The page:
Leading Museums, Museum Leaders

NM Scotland, WAM & Menang Noongar on 1839

One of the preserved fish — Chironemus maculosus — caught in the fish traps at Oyster Harbour 130 years ago.(Supplied: National Museums Scotland).

Lauren Smith, Historical fish collection sheds light on Aboriginal fishing methods, ABC Great Southern, 30 November 2022

Experts hope a new project will recognise the contribution of traditional owners to fish science dating back thousands of years on Western Australia’s south coast.

Historical fish traps built by the Menang Noongar people are estimated to be around 7,000 years old.

In 1839, European explorer Robert Neill ventured into the area and curated a collection of fish specimens.

The 180-year-old dried fish have since been displayed at both the Natural History Museum in London and the National Museum of Scotland.

Shona Coyne, a Menang woman, senior curator and manager of repatriation and community engagement at the National Museum of Australia, said many locals were familiar with Robert Neill’s paintings of the traps.

“I think a project like this will help reveal some of the Menang knowledge that’s encapsulated in these paintings,” she said.

Shona Coyne is a senior curator and manager of repatriation and community engagement at the National Museum of Australia. (ABC Great Southern: John Dobson).

Ms Coyne said traditional names for the fish would be allocated in museum catalogues following consultation with Menang representatives.

“There is actually one special fish, we like to call it the hero fish, and that actually had a Menang name, which is Paril,” she said.

“That name has gone into the scientific taxonomy name, which is incredibly rare.”

Ms Coyne said Indigenous people have been contributing to the collection of specimens for many years, but local knowledge had never before been recognised in the scientific nomenclature.

Fish caught by Menang-Noongar people and Robert Neill near Albany are housed in a museum in the UK.(Supplied: National Museums Scotland)

Recognising Indigenous fishers

Deakin University associate professor Tiffany Shellam said curators at both museums were keen to update their database to honour Menang people’s involvement in the collection.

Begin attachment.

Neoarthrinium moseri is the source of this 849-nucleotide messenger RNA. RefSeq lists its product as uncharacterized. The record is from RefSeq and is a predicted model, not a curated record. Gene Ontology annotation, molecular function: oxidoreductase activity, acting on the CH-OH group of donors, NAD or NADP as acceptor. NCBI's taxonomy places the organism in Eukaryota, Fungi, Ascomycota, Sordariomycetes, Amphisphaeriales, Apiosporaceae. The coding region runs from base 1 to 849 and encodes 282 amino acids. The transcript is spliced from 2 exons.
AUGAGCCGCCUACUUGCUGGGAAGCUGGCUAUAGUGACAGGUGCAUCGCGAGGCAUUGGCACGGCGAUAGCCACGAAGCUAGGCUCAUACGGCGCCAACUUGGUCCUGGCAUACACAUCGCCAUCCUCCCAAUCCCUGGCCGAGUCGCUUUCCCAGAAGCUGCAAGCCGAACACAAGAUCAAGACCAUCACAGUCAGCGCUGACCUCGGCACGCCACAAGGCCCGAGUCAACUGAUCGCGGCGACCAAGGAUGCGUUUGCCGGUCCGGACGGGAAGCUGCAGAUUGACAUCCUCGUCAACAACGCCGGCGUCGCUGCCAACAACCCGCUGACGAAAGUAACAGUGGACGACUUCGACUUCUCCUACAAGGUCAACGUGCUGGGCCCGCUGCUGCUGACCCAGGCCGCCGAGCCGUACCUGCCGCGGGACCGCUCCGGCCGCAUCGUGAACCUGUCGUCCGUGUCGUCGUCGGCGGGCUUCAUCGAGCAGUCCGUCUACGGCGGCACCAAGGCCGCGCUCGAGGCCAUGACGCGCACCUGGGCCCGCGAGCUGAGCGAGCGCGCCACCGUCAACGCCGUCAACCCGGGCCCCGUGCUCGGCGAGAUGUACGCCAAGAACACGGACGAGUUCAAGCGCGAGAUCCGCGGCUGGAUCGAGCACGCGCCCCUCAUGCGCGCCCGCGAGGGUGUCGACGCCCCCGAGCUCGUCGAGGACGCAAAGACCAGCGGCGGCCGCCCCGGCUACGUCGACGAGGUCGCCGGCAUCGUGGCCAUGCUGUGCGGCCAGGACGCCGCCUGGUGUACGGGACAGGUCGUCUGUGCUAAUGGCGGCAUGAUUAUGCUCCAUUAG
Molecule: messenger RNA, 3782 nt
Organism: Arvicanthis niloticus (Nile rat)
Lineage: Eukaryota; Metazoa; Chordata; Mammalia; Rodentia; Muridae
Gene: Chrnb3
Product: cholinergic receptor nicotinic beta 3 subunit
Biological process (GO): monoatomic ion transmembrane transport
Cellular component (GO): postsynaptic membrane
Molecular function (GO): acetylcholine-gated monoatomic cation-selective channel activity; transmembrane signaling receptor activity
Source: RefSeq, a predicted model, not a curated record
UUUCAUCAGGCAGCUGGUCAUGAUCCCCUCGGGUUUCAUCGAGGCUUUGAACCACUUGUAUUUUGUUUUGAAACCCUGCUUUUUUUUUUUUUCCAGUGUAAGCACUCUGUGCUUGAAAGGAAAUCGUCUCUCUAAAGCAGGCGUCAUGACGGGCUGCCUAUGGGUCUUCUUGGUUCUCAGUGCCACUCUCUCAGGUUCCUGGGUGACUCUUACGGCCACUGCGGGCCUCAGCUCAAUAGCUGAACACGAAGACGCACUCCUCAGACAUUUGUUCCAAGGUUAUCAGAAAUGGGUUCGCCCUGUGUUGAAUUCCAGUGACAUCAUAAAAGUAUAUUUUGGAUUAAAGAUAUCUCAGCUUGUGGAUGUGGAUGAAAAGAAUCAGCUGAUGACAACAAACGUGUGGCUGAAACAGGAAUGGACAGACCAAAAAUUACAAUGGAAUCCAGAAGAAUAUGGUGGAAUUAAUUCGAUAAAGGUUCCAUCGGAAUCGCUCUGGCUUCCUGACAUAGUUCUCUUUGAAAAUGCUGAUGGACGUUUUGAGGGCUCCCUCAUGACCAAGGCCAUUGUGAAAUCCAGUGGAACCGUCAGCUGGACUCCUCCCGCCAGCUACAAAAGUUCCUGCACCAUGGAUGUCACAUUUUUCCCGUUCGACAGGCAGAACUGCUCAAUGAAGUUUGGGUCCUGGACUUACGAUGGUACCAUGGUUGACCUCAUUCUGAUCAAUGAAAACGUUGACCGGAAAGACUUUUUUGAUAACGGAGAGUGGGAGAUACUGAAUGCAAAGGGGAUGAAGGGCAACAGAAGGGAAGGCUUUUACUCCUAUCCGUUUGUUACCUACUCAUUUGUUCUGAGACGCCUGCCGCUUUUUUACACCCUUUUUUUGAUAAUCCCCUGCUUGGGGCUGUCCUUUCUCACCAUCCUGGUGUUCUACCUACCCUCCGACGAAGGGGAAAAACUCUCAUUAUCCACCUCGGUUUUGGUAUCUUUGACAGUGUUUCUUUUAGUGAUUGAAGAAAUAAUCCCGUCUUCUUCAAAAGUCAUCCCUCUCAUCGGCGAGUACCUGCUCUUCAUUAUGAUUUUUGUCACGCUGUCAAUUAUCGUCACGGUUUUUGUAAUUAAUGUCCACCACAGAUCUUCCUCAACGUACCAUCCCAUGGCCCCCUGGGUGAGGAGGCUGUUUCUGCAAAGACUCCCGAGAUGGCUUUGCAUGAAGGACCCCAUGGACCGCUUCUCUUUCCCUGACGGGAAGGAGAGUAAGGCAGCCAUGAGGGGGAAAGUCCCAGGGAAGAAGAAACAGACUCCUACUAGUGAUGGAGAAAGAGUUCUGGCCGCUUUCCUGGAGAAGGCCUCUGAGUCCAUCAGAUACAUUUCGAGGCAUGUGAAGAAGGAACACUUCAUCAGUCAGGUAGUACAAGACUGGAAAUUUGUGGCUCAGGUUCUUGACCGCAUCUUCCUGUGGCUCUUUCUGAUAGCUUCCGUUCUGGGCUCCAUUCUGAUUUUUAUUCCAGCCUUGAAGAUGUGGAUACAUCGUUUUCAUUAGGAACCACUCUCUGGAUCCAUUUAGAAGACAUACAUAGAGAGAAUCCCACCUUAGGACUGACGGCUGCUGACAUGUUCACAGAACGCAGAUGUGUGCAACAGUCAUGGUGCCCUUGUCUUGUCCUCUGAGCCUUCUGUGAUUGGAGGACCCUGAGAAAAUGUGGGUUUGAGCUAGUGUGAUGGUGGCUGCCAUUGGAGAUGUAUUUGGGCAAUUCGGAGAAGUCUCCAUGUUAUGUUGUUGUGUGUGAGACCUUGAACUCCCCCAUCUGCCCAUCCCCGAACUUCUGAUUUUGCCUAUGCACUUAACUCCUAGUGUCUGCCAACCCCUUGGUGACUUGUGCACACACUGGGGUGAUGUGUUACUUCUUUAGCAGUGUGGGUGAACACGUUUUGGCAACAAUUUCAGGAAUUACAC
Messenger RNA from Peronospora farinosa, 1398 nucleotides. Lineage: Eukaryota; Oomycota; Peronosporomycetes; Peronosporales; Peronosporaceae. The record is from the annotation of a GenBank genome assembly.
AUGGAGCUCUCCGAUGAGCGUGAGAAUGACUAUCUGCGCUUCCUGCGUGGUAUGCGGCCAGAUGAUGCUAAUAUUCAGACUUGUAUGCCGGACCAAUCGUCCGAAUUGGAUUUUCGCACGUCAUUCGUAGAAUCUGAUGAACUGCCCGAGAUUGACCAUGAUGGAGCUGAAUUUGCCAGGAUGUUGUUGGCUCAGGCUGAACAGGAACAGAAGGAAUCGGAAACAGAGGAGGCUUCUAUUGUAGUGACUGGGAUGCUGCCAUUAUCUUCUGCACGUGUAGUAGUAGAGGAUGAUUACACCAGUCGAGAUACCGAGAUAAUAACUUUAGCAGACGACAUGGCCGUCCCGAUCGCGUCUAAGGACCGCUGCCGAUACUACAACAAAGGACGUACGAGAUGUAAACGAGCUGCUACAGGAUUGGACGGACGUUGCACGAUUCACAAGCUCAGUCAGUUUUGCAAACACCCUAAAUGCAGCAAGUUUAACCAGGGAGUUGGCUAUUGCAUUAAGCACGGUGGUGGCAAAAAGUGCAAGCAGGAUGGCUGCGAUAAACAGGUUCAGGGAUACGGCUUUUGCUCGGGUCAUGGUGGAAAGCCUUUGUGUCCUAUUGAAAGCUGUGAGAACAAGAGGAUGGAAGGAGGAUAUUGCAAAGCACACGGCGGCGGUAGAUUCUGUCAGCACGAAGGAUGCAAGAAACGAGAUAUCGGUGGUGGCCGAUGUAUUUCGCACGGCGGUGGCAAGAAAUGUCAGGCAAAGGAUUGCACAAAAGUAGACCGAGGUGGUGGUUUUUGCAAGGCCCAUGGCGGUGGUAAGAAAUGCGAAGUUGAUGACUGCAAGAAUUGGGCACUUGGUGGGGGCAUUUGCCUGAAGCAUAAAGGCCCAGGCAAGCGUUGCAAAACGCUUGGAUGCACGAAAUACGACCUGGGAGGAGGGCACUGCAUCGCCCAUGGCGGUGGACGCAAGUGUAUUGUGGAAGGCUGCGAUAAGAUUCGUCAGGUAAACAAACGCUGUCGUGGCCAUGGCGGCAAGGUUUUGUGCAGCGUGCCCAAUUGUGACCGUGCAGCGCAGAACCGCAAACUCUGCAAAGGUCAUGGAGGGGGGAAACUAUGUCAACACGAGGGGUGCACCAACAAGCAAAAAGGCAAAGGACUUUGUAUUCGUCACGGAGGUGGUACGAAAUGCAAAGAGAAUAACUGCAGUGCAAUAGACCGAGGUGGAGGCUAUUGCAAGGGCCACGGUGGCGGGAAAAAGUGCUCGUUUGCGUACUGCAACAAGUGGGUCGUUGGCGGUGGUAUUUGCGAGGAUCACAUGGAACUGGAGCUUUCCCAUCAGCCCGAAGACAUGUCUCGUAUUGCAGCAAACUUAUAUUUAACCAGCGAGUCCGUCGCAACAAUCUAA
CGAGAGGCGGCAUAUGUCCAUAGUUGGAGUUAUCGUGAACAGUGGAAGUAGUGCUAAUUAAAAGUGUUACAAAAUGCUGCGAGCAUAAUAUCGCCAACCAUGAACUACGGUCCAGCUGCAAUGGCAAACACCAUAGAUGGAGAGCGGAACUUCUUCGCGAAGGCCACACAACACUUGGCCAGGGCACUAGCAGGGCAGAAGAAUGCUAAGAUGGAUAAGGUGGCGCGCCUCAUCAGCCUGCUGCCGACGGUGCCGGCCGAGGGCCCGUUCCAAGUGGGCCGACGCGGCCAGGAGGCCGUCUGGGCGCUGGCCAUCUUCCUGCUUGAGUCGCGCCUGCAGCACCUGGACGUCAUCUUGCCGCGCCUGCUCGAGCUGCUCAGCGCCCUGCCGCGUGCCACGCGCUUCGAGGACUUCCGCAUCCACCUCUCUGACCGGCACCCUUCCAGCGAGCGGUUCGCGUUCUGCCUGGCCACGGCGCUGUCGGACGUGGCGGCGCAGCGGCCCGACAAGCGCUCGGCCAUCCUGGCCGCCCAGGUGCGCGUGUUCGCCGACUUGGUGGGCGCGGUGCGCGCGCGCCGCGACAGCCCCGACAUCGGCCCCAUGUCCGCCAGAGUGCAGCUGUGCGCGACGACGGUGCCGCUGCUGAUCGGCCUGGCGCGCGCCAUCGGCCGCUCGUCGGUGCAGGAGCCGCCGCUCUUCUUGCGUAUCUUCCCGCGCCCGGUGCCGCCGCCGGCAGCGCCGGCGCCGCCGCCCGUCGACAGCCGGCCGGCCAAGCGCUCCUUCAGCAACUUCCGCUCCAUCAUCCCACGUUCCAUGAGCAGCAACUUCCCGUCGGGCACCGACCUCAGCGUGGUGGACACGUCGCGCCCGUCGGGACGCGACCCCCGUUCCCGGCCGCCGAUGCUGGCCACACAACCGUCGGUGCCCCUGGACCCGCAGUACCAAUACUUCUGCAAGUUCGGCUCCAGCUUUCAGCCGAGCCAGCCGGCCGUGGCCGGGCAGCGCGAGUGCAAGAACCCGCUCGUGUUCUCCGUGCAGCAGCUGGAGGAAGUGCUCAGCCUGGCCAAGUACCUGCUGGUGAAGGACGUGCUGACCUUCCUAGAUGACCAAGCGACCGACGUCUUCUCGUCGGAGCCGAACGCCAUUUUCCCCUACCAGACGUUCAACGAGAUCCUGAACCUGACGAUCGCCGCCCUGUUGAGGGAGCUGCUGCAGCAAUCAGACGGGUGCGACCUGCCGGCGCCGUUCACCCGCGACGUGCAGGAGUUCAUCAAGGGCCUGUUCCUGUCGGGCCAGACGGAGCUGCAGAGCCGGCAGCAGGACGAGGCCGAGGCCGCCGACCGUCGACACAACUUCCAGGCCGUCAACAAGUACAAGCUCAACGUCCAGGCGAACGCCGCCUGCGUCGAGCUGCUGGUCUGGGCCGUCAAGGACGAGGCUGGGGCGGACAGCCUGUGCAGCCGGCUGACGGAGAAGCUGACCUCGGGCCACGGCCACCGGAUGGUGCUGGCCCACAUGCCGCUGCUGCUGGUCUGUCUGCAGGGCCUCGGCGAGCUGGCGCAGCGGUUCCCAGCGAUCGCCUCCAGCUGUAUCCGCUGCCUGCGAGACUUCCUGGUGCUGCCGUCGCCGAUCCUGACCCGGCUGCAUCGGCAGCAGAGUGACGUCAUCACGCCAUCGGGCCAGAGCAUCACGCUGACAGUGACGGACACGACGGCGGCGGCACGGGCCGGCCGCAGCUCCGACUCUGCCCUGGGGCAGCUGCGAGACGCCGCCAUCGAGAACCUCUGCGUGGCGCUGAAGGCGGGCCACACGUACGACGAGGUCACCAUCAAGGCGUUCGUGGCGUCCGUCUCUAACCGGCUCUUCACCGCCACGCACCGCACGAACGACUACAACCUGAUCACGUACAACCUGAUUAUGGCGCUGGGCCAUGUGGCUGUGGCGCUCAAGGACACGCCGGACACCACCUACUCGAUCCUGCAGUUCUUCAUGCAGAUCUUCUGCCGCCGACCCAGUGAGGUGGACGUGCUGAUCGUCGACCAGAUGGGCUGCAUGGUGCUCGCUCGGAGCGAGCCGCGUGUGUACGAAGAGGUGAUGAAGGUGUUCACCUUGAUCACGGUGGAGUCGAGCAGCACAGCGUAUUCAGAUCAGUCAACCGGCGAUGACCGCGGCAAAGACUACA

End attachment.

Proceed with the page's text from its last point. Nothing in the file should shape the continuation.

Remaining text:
“At the moment, these collections are framed as purely western science collections, they’re natural history collections in the eyes of the museum,” Dr Shellam said.

“But we know they are rich cultural objects too and they have this tangible connection back to country.”

Dr Shellam said they were an amazing example of early cross-cultural relationships between Robert Neill and the Menang people and the knowledge they shared with him.

She said it was amazing how many specimens had survived with many still to be fully identified.

National Museums Scotland curator Andrew Kitchener says the project has shone a light on the Menang people’s involvement in fishing.(Supplied: National Museums Scotland).

“We think that he [Robert Neill] collected around 50 specimens,” she said.

National Museum of Scotland curator Andrew Kitchener said while they had known of the specimens for more than 60 years, they did not completely understand the extent of Menang people’s involvement.

“We’ve had this collection of dried fishes since the 1960s,” Dr Kitchener said.

“They were among the first Australian fishes of their kind ever to be known to western science.”

While not pretty to look at, Dr Kitchener said they remained an incredibly important part of natural history, and hoped the museum could build on the collection.

“We are going to be working with the Western Australian Museum and the Menang people in Albany in order to create a modern collection of fishes from the sea,” he said.

“We hope to bring [them] back to Edinburgh to have this 180-year gap filled with new specimens in our collection.”

Council of Australasian Museum Directors c/o Lynley Crosswell, Museums Victoria, GPO Box 666, Melbourne VIC 3001, © CAMD 2023
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